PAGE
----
Bushra Mirza, 16, was diagnosed with tuberculosis (TB) two months ago. She was prescribed four medicines for nine months but she took them for a month because her coughing stopped. Now her hacking cough is back, and so is she, in the airless 8x8 room of pulmonary physician Dr Gaurav Ghatawat at the not-for-profit Fauziya Hospital in Mumbai's congested Kurla West neighbourhood. She is visibly underweight, weighing 35 kg for her 5-feet frame.
Bustling Mumbai is undoubtedly India's most vibrant metropolis, but with 60% of its 13 million population living in slums, inevitable shortfalls in housing, sanitation and nutrition make people susceptible to infection.
Dressed in a sequinned black burqa, Mirza tearfully looks at her GeneXpert test report that confirms the TB diagnosis. The doctor gently tells her that the only thing that can make her well is having all four prescribed medicines every day for the next nine months. She nods wordlessly. The message has finally sunk in.
Fauziya Hospital dispensary gives these medicines free and Mirza gets a fortnightly dose to ensure she is there next fortnight for a follow-up. If she misses an appointment, Anjali Mulik, who works as a counsellor at the TB clinic, will visit her at home and convince her to continue treatment.
Treatment works, as it did for Mohammad Ansari, 20, who works in the "garment line", his euphemism for hawking secondhand clothes on the streets. He hasn't missed a day of medication for two months. His cough is gone, he's full of energy and he's weight has gone up to 54 kg from 50 kg.
Ansari was lucky he didn't have MDR (multiple drug resistant) or XDR (extensively drug-resistant) TB, which is resistant to the two most powerful anti-TB drugs, isoniazid and rifampicin, in addition to being resistant to fluoroquinolones (such as ofloxacin or moxifloxacin) and to at least one of three injectable second-line drugs (amikacin, capreomycin or kanamycin). MDR-TB and XDR-TB usually take at least two years to treat with drugs that are more expensive and toxic.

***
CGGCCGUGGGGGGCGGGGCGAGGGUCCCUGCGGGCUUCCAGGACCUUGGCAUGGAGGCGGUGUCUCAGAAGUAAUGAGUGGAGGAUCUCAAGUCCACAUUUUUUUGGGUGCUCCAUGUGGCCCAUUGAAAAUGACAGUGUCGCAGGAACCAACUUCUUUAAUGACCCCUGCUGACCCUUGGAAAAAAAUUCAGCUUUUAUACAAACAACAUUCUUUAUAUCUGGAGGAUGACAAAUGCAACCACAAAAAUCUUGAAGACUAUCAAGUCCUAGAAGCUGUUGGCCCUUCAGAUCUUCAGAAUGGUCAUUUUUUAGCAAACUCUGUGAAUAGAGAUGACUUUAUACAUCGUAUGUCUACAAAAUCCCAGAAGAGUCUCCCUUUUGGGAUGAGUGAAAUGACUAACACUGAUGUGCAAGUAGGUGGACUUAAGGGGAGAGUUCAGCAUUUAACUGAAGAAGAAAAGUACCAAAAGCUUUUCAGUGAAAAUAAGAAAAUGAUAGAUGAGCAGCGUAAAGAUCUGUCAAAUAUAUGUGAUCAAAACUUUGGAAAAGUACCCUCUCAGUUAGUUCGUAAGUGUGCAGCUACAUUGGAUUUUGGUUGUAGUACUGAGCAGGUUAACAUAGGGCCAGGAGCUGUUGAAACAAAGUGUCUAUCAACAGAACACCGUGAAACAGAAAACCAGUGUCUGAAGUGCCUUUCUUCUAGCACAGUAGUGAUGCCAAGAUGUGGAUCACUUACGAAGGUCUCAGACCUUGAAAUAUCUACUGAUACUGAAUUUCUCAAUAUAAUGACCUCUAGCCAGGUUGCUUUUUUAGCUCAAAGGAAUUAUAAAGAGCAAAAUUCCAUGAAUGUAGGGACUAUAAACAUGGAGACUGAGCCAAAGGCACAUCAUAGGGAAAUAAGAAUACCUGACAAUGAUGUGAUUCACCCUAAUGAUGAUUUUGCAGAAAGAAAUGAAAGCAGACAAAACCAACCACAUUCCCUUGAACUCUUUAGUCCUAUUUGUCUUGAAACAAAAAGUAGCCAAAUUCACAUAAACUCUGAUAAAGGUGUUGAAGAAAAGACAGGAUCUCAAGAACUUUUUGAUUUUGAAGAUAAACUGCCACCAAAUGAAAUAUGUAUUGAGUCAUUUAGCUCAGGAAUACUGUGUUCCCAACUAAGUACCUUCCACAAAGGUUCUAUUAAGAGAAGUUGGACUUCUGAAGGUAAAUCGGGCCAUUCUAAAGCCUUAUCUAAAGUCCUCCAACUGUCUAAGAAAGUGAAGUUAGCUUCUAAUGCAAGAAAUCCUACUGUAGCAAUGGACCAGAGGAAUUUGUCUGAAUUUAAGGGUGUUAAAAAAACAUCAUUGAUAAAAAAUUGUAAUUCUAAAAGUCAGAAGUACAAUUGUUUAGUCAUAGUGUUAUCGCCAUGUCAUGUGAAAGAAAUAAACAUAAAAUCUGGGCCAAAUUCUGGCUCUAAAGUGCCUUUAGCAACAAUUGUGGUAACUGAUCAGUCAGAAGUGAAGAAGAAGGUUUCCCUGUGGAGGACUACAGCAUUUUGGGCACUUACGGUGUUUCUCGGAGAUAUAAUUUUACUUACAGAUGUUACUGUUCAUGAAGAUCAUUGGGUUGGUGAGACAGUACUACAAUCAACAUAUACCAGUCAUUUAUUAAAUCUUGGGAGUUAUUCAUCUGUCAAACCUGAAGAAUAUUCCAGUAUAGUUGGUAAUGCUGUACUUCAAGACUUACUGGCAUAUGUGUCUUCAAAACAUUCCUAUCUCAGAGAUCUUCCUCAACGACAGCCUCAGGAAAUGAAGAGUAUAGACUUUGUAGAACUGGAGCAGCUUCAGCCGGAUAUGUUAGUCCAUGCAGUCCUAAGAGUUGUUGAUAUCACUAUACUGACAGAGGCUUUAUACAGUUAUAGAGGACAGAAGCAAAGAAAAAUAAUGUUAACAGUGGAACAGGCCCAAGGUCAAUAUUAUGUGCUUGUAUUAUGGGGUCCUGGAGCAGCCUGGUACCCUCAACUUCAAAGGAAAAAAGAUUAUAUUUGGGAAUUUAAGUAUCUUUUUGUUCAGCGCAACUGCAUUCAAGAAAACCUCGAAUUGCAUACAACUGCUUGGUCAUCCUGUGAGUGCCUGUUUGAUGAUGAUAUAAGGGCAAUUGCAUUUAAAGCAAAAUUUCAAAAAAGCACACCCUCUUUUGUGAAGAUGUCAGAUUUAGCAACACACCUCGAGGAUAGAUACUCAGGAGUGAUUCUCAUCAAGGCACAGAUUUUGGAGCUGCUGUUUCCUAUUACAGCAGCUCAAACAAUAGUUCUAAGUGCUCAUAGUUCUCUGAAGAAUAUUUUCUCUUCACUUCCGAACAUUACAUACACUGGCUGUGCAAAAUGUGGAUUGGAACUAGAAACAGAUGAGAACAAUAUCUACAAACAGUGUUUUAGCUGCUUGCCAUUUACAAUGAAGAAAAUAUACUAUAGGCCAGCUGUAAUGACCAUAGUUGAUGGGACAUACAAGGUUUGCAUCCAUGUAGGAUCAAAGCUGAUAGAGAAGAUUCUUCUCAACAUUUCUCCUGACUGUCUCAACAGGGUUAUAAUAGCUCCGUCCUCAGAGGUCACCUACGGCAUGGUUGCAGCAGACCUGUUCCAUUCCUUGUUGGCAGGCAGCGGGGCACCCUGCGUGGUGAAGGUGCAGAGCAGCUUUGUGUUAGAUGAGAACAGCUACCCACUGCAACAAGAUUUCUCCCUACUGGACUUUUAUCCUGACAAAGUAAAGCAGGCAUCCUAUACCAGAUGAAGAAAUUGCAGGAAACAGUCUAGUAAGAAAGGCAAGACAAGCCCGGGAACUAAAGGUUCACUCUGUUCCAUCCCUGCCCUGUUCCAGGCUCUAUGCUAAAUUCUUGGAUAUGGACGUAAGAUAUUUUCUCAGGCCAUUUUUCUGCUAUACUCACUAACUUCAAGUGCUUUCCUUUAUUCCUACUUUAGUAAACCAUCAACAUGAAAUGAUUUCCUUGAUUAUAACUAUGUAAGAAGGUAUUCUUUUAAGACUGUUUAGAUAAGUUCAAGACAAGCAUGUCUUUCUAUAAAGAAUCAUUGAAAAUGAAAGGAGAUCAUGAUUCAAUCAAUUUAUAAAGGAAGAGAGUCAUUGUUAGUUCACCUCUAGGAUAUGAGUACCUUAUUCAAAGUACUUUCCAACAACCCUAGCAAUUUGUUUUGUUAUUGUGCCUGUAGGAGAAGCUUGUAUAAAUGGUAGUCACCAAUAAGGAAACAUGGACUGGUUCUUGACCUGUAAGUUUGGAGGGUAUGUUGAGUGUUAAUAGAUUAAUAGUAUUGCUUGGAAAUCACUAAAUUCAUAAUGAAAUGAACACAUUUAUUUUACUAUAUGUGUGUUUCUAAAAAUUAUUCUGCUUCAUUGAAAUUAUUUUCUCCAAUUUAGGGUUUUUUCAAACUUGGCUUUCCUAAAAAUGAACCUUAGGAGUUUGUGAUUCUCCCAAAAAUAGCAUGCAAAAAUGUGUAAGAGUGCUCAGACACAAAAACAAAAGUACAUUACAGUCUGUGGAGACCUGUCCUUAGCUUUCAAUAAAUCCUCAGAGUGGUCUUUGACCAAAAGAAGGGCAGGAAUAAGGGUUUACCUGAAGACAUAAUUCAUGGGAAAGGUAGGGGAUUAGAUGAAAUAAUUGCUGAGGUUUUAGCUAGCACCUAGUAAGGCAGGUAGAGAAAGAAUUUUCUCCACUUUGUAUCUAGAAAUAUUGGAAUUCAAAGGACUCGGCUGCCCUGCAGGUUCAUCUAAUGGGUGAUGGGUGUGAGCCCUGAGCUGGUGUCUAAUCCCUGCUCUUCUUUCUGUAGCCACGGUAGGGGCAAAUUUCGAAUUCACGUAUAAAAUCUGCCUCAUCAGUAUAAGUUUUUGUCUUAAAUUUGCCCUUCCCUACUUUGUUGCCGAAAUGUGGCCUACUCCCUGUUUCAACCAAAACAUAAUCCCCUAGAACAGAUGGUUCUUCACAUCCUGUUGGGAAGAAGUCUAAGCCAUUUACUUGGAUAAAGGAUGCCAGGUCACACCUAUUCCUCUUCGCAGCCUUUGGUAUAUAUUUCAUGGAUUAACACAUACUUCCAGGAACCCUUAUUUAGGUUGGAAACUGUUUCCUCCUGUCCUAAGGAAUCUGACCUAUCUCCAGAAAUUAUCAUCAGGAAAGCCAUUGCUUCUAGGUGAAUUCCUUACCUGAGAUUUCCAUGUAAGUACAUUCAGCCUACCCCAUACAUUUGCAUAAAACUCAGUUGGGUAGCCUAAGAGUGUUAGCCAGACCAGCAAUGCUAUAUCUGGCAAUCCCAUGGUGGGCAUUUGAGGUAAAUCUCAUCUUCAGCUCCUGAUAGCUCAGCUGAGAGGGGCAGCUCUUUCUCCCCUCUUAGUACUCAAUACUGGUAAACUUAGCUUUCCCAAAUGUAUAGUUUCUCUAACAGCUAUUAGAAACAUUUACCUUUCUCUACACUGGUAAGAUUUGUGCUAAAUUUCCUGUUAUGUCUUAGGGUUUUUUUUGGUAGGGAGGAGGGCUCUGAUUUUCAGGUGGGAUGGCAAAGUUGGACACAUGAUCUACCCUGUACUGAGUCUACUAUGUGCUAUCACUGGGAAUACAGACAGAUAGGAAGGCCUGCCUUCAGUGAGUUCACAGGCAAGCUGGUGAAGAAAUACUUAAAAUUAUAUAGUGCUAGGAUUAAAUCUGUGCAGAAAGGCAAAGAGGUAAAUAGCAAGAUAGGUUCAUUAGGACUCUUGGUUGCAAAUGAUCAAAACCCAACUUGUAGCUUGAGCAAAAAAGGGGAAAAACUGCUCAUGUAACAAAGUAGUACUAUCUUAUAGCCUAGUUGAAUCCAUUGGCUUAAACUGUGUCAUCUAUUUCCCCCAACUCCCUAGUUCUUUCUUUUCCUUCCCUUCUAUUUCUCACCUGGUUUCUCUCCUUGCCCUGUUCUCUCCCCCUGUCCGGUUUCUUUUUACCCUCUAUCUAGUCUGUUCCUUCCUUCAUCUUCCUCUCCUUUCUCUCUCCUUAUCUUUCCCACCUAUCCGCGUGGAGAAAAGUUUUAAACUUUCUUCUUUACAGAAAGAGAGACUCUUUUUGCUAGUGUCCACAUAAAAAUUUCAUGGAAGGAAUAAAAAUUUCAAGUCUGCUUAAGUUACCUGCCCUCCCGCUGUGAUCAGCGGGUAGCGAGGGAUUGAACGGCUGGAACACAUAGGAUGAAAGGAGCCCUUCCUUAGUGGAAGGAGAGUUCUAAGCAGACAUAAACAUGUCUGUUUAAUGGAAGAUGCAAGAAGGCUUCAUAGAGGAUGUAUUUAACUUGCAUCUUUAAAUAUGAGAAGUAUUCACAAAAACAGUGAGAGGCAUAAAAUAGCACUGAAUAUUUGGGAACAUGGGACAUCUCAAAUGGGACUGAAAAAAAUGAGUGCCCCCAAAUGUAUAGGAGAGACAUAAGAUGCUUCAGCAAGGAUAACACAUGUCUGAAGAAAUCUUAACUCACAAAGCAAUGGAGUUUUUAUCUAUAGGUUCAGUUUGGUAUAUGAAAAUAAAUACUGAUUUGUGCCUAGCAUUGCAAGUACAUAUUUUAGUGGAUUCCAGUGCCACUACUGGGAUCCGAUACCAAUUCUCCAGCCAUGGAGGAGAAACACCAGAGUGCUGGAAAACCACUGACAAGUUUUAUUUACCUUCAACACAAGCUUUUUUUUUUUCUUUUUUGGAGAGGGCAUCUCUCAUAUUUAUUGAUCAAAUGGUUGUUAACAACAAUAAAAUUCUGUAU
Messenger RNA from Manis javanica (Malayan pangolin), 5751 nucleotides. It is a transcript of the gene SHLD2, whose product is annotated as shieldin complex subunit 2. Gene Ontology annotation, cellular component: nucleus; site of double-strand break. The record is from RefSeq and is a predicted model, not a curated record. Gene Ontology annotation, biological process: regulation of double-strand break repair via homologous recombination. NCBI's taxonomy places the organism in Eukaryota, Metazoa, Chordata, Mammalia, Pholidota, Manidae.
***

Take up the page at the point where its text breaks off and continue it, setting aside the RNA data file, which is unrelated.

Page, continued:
Thane West-resident Haji Mohammad, 28, has MDR-TB, which killed his brother two years ago. Mohammad got symptoms four months ago but was misdiagnosed initially by private practitioners. He was diagnosed with MDR-TB two months ago and is now in hospital with severe drug-induced jaundice that has busted his liver. His weight is down from 50 kg to 35 kg in two months.
Ruksana Mohammad, 19, his wife of seven months, is besides herself with worry. Mohammad, who drives tempos and cars for a living, has been too sick to work since November and the family has already spent Rs 10,000 on his treatment. Though TB is treated free in government hospitals, she says his mother won't agree to him being admitted to Mumbai's sprawling Sewri TB Hospital, where treatment is free but the conditions are so depressing that the hospital makes news for patients going AWOL or attempting suicide, both successfully and unsuccessfully, than cure.
The problem is not the hospital but the disease. Most people who end up at Sewri are people like Mohammad with MDR- and XDR-TB who are in a government hospital simply because their families don't have the Rs 5,000-Rs 6,000 a month for medicine.
"The hospital is full of the living dead," says Ruksana with a shudder, "people there are only skin and bone and cough out blood all day. Then they die".
"Since the treatment for MDR and XDR takes two years and the progress is gradual, people think they're not getting better and choose to leave to try their luck with other cures," says Dr Ghatawat. He has lost two persons to XDR-TB this year, with 15-year-old Farzana succumbing to it last month because she stopped medicines and got a tabeez (amulet) instead. That was three months ago. Last month, Farzana came back to hospital bleeding from the mouth but it was too late for the medicines to work. She died within 24 hours of being admitted.
Bustling Mumbai is undoubtedly India's most vibrant metropolis, but with 60% of its 13 million population living in slums, inevitable shortfalls in housing, sanitation and nutrition make people susceptible to infection. So common are MDR and XDR now that Dr Ghatawat routinely does the GeneXpert test at a subsidised price of Rs 250, compared to the market rats of Rs 2,000. It's done free in government hospitals but only for suspected MDR and XDR cases.
He, like most doctors at Sewri, doesn't wear a mask on hospital rounds. "For patients to adhere to treatment, you have to get them to trust you with their lives. How can you do it if you speak from beyond a mask?" asks a Sewri doctor who did not wish to be named.